Selected Publications:
Pritchard, K. J., Herc, H. C., Buhk, A. H., & Mezo, P. G. (2019, June). Heart rate variability predicts mindfulness, emotion regulation deficits, and psychopathology. Poster presentation at the annual meeting of the Association for Contextual Behavioral Science, Dublin, Ireland.

Pritchard, K. J., Mezo, P. G., & Gratz, K. L. (2019, May). The impact of interpersonal emotion regulation on mood symptoms and the role of reassurance seeking. Poster presented at the annual meeting of the Association for Psychological Science, Washington DC, VA.

Herc, H. C., Pritchard, K. J., Harrison, B. N., Herr, S. E., & Mezo, P. G. (2019, April). Using virtual reality to compare types of mindfulness meditation. In P. G. Mezo (Chair), Mindfulness and related skills associated with proximal and distal outcomes. Symposium presented at the annual meeting of the Midwestern Psychological Association, Chicago, IL.

Leiter-McBeth, J. R., Mezo, P. G., Pritchard, K. J., Fairchild, K., & Radatz, E. E. (2019, April). The roles of mindfulness and self-management in the context of reported negative life events and perceived social support. In P. G. Mezo (Chair), Mindfulness and related skills associated with proximal and distal outcomes. Symposium presented at the annual meeting of the Midwestern Psychological Association, Chicago, IL.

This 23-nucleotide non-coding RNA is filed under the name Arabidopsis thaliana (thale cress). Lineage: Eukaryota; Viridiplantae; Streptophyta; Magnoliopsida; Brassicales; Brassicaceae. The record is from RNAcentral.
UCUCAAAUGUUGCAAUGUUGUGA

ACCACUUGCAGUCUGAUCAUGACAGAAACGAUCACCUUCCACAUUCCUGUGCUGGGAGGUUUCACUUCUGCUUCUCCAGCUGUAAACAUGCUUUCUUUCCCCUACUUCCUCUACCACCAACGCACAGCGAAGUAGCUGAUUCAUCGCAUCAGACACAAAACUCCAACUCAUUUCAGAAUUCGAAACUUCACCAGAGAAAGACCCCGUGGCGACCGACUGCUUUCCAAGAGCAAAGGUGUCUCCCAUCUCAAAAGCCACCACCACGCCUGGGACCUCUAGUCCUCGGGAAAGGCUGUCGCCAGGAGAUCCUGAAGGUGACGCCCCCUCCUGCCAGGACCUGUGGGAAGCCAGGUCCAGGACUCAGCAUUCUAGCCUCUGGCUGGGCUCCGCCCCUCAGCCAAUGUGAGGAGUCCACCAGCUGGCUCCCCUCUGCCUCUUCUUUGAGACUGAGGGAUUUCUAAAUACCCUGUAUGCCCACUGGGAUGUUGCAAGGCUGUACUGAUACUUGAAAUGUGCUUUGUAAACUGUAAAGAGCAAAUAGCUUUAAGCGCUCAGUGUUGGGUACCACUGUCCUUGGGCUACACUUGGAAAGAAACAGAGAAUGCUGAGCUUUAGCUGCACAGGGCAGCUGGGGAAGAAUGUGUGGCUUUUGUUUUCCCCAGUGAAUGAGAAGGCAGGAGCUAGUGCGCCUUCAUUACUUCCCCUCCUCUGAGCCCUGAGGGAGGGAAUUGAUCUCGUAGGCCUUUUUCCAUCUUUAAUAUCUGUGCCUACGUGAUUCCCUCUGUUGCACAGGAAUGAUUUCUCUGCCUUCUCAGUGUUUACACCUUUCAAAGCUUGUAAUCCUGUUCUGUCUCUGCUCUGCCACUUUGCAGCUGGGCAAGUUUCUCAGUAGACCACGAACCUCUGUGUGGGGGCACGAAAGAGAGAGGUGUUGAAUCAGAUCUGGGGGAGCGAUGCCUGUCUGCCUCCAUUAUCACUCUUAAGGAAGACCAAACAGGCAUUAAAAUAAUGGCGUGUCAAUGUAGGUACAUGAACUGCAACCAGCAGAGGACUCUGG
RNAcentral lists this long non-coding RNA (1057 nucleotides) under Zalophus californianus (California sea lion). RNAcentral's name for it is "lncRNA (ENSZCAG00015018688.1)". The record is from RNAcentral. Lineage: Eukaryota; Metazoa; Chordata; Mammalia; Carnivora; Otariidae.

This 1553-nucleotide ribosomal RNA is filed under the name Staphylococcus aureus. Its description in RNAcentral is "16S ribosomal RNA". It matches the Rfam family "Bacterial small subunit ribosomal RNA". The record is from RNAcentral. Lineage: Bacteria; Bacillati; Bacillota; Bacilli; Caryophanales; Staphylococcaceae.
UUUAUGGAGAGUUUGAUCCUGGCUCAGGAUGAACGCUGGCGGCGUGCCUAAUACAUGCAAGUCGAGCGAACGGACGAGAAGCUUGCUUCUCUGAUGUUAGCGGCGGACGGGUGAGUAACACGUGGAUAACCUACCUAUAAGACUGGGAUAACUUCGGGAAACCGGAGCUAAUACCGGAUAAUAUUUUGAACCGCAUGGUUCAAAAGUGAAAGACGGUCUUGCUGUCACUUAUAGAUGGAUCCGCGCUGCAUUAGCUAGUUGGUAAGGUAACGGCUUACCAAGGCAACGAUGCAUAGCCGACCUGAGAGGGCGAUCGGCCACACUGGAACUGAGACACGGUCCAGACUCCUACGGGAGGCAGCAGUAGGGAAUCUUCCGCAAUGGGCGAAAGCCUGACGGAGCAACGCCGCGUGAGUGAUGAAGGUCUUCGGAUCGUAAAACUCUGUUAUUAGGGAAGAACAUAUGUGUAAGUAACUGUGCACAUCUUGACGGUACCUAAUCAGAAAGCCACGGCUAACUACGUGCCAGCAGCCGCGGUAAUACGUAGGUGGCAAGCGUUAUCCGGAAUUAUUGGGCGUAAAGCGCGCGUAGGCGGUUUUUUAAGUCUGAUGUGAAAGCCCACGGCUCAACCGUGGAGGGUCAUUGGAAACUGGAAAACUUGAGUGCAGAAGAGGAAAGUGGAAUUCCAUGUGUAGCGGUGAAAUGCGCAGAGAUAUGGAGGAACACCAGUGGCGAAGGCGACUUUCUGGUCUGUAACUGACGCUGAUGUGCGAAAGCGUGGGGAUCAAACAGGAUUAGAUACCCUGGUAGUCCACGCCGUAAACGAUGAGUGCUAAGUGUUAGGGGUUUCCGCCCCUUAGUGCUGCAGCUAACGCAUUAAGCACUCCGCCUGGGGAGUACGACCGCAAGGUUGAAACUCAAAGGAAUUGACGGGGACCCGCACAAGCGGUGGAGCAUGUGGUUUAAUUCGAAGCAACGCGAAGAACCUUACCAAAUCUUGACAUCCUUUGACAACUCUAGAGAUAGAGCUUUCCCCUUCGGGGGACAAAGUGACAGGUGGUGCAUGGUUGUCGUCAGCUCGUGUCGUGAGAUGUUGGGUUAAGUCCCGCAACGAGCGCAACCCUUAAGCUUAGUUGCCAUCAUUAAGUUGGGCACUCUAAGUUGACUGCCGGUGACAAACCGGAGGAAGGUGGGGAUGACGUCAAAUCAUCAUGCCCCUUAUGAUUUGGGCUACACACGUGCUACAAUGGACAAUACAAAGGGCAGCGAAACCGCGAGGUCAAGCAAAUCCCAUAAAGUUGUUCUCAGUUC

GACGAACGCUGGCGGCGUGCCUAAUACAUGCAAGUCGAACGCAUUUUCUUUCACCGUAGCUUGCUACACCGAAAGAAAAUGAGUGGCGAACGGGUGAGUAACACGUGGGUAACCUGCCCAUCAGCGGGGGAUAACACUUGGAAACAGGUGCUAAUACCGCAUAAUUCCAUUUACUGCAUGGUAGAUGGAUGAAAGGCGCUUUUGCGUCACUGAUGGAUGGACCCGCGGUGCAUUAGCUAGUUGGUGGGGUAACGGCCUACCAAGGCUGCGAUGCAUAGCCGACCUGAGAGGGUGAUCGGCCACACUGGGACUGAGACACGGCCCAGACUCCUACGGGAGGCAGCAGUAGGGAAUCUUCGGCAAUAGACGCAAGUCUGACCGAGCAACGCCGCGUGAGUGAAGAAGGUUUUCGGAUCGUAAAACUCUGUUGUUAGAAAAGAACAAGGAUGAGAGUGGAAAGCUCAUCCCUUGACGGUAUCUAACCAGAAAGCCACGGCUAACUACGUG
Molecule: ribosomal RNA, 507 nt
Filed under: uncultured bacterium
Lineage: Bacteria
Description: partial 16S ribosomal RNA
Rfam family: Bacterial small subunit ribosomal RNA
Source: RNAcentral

Mindful interoceptive accuracy study

Interoceptive accuracy (IAc) is often measured by the heartbeat counting task in which individuals count their heartbeats over varying timed trials. The closer their estimate to the actual number of heartbeats, the more interoceptively accurate they may be. IAc has been found to be increased in individuals with and a greater ability to engage in healthy emotion regulation strategies (e.g., cognitive reappraisal) and better decision making. Interestingly, increased IAc has been found in individuals with increased anxiety symptomology. This study will use heart rate variability (HRV) as an indicator of mindful awareness versus maladaptive awareness to body sensations, specifically the heart, in those with high IAc. HRV is the variation in time between heartbeats (R-R interval). HRV reflects the interplay of the peripheral (PNS) and sympathetic (SNS) branches of the autonomic nervous system. When the R-R interval has more variation, the PNS is thought to be engaged, and the body at rest. When the R-R interval is regular, the SNS is thought to be engaged. Thus, this study hypothesizes that increased IAc and HRV will be an indicator of mindful body awareness, while increased IAc and low HRV will be an indicator of maladaptive, or anxious, body awareness.